From a desk-bound deadline day, to arvo hunger pangs that simply must be satisfied with a piece of Shirley from accounting’s 50th birthday cake, each working week throws up a multitude of hurdles to a healthy lifestyle.
But one high-profile Latrobe Valley employer is proving a desk job doesn’t always equal the death of a good routine.
As part of a ‘practice what you preach’ approach, Latrobe Community Health Service has introduced a range of initiatives to get its workers moving about and eating healthily.
One of the most recent is the introduction of a ‘tucker box’ with fruit, muesli, baked beans, tuna, popcorn, dry biscuits and yoghurt as alternative snacks to the chocolate bars and potato chips typically found in workplace vending machines.
“We started off with some money and purchased one lot of the food and we just charged staff members exactly what we pay at the supermarket to buy it,” LCHS manager of primary prevention Christina Rush said.
“Then we just use that money to buy the next week’s shopping.
“It works extremely well and it’s extremely well-used.”
The organisation’s Buckley Street, Morwell headquarters has bike racks and showers, to encourage people to ride to work, along with a healthy catering policy.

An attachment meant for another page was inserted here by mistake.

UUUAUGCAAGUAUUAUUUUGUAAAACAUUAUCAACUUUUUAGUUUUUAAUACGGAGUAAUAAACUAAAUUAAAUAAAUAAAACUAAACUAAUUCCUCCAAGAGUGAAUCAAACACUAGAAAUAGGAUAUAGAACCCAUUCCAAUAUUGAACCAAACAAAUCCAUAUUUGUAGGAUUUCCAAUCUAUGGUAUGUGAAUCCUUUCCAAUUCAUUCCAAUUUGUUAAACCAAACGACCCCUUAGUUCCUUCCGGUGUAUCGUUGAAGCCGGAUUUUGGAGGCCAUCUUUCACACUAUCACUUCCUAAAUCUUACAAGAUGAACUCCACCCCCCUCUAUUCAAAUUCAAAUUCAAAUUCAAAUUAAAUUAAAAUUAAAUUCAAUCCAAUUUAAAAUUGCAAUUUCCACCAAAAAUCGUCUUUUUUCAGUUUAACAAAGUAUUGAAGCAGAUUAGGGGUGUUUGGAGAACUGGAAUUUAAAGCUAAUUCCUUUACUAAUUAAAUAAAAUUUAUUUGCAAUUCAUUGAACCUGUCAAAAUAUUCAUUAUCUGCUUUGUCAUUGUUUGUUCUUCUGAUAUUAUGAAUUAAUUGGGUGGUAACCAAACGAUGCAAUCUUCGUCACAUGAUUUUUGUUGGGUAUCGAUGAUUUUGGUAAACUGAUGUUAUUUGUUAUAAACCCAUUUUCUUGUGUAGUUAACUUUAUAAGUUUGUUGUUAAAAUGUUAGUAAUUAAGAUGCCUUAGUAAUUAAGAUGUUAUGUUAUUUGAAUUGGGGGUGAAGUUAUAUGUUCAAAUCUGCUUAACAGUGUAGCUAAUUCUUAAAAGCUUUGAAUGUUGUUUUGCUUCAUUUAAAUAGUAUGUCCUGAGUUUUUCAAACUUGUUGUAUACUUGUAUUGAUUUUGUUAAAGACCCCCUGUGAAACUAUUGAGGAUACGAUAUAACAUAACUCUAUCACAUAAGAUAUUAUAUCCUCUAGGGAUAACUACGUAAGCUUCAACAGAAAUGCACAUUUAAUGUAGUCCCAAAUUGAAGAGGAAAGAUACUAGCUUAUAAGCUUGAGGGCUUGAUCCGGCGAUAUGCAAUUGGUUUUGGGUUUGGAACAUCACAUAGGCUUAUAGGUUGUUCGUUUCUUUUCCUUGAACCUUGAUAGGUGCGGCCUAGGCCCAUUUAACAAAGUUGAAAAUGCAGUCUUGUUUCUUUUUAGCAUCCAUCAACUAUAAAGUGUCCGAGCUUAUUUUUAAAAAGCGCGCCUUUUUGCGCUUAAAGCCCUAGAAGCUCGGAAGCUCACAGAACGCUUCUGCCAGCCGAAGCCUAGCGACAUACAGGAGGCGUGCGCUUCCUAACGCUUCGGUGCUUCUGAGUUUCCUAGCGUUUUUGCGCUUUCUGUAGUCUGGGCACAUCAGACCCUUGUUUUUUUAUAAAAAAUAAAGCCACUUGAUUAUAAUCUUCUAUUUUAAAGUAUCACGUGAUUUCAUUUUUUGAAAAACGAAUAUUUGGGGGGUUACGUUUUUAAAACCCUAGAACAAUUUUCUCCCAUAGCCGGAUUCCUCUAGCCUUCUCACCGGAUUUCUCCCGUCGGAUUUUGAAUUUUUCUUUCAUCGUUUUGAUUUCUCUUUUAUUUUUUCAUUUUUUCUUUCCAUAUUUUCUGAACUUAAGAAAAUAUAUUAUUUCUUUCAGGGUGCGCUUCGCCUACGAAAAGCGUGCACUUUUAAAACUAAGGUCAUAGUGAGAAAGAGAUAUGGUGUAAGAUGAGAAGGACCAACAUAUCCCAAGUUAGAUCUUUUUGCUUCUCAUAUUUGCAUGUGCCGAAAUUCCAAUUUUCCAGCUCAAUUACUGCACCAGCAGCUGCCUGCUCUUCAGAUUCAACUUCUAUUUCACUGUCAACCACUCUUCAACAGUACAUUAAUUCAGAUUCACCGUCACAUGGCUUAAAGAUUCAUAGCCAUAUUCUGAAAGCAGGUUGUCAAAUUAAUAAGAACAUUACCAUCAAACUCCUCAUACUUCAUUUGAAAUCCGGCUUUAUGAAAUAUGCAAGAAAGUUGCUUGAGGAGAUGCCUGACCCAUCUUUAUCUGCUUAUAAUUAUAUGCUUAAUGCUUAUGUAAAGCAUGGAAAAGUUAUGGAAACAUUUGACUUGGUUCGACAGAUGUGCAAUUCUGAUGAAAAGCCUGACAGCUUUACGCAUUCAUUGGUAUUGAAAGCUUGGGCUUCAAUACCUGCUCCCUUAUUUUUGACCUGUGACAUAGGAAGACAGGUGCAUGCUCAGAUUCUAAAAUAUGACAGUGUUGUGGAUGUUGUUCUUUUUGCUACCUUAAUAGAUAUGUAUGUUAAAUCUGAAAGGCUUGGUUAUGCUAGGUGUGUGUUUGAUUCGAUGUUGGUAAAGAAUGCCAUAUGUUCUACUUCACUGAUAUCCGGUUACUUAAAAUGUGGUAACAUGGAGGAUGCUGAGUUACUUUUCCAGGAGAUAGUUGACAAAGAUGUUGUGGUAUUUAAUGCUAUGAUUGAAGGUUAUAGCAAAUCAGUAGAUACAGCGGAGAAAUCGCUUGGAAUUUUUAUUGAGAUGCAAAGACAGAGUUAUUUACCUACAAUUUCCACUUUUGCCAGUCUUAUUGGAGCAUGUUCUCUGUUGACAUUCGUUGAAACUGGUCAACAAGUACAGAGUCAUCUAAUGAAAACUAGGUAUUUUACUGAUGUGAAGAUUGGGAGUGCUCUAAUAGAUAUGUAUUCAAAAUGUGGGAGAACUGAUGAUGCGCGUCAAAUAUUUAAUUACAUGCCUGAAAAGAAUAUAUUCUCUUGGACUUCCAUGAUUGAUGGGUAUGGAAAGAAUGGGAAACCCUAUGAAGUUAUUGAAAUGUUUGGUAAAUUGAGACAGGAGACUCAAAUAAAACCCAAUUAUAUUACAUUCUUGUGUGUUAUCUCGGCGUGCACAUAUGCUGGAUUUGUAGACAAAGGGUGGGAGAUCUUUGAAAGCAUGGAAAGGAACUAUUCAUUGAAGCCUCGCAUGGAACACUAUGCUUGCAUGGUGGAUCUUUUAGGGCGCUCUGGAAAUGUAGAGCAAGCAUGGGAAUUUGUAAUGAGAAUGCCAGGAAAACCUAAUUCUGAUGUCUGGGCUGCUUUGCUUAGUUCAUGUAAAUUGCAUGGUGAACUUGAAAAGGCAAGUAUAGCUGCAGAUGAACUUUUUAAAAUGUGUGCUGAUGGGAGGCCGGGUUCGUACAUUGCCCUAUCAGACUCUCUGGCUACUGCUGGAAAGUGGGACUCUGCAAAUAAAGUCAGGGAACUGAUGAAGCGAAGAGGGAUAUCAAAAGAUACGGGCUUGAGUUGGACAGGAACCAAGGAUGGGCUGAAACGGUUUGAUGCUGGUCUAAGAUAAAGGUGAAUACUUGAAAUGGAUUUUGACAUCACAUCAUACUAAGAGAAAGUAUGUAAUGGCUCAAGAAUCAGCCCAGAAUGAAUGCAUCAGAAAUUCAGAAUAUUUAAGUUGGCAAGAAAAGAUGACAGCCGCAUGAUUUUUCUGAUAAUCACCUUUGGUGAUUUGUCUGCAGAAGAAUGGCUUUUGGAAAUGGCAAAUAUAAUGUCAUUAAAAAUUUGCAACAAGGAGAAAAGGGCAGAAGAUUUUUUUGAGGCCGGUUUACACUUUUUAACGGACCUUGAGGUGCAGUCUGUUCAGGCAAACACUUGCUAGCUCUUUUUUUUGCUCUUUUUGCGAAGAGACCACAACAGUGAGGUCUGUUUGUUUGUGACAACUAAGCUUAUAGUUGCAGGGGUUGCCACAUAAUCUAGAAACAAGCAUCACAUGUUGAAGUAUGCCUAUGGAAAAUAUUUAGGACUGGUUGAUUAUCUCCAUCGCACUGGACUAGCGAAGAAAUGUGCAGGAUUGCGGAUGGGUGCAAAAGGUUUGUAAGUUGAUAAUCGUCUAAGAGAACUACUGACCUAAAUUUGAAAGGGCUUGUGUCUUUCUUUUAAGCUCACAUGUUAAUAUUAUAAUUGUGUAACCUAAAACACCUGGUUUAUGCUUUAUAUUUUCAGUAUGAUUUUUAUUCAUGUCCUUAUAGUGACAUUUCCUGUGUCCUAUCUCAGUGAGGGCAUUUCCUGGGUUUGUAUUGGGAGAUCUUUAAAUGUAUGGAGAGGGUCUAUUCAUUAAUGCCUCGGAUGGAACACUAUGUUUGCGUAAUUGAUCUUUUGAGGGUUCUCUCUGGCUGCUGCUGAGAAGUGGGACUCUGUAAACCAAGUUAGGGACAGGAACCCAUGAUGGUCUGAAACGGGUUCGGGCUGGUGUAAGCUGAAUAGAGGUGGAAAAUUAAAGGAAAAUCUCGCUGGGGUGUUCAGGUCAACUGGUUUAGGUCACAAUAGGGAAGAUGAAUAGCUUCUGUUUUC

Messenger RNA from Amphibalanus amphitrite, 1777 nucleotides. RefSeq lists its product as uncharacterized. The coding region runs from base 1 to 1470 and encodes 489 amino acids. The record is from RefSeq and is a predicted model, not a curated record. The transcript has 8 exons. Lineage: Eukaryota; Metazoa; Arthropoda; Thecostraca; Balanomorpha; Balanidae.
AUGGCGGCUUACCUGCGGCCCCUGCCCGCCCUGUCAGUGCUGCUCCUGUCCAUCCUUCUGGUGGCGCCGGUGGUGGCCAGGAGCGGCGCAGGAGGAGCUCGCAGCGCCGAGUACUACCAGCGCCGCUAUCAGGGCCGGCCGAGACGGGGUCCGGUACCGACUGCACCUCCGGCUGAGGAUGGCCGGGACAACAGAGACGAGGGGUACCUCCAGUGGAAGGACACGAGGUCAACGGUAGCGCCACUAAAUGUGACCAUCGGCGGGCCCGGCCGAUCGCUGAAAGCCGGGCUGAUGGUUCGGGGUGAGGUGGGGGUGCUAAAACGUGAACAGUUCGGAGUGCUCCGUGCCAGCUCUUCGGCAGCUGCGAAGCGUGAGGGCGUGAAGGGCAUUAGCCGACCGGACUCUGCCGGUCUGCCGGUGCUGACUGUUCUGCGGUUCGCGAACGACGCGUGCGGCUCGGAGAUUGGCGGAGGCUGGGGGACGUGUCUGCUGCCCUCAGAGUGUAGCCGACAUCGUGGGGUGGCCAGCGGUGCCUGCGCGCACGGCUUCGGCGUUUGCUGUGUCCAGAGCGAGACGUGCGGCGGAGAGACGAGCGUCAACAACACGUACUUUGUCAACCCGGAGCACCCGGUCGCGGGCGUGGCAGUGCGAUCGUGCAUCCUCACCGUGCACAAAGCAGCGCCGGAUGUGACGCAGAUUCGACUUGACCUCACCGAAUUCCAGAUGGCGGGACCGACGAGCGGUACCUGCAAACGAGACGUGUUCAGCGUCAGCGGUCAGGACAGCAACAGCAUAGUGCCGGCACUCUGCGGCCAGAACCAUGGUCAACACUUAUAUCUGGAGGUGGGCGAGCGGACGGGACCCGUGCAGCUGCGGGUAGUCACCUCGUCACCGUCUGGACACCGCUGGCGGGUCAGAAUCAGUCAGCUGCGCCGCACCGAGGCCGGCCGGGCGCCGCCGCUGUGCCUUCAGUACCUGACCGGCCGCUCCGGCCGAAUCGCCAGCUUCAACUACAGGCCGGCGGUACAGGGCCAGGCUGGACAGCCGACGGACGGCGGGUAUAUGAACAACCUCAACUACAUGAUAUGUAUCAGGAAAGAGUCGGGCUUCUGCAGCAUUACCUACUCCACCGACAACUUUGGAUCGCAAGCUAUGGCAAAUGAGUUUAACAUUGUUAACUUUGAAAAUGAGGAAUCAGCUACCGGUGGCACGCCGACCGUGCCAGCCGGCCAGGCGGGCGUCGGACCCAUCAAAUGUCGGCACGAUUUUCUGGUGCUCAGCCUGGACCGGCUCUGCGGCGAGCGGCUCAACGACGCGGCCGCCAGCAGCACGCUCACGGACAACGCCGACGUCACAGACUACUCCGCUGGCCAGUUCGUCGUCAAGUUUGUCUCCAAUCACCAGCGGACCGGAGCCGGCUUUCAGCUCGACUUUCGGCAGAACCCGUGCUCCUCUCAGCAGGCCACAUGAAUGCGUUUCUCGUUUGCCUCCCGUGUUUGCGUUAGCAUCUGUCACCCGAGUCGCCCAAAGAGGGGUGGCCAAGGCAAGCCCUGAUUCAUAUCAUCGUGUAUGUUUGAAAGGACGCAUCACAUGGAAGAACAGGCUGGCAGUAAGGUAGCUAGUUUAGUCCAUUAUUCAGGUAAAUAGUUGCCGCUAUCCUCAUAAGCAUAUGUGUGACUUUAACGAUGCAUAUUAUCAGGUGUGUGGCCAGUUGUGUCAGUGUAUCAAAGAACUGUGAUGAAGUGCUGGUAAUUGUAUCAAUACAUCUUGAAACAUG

In order to bolster these existing initiatives, LCHS established a healthy workplace committee which has so far introduced sit-stand desks and brackets for existing desks; optional subscription to a computer alert which reminds workers to get out of their seat; along with on-site fitness classes after work.
“We’re not saying you need to go and do 20 hours or do one of those sessions that you feel like you’re going to die, it’s really just about walking a little bit further,” Ms Rush said.
“There’s a whole range of evidence to suggest we are sitting too long and those sedentary workplaces should move more through incidental type movement.”
LCHS’s commitment recently earned it recognition through the Victorian Achievement Program for healthy workplaces, after it created a health promotion charter with staff and management.
Ms Rush said other businesses could introduce similar initiatives at little financial cost.
“We have a very supportive leadership team,” she said.
“The hardest thing is trying to shift the culture.
“Anyone can have a policy, but we want to implement it.”
LCHS has put together a starter pack of costings and suggestions for other workplaces to introduce their own tucker box.
So far, 12 large Latrobe Valley businesses have signed up to the Victorian Achievement Program as part of the Healthy Together Latrobe initiative.
If your business is interested in taking part, or accessing the tucker box starter pack, phone Healthy Together Latrobe’s healthy workforce coordinator Alistair Edgar on
5128 5694 or email firstname.lastname@example.org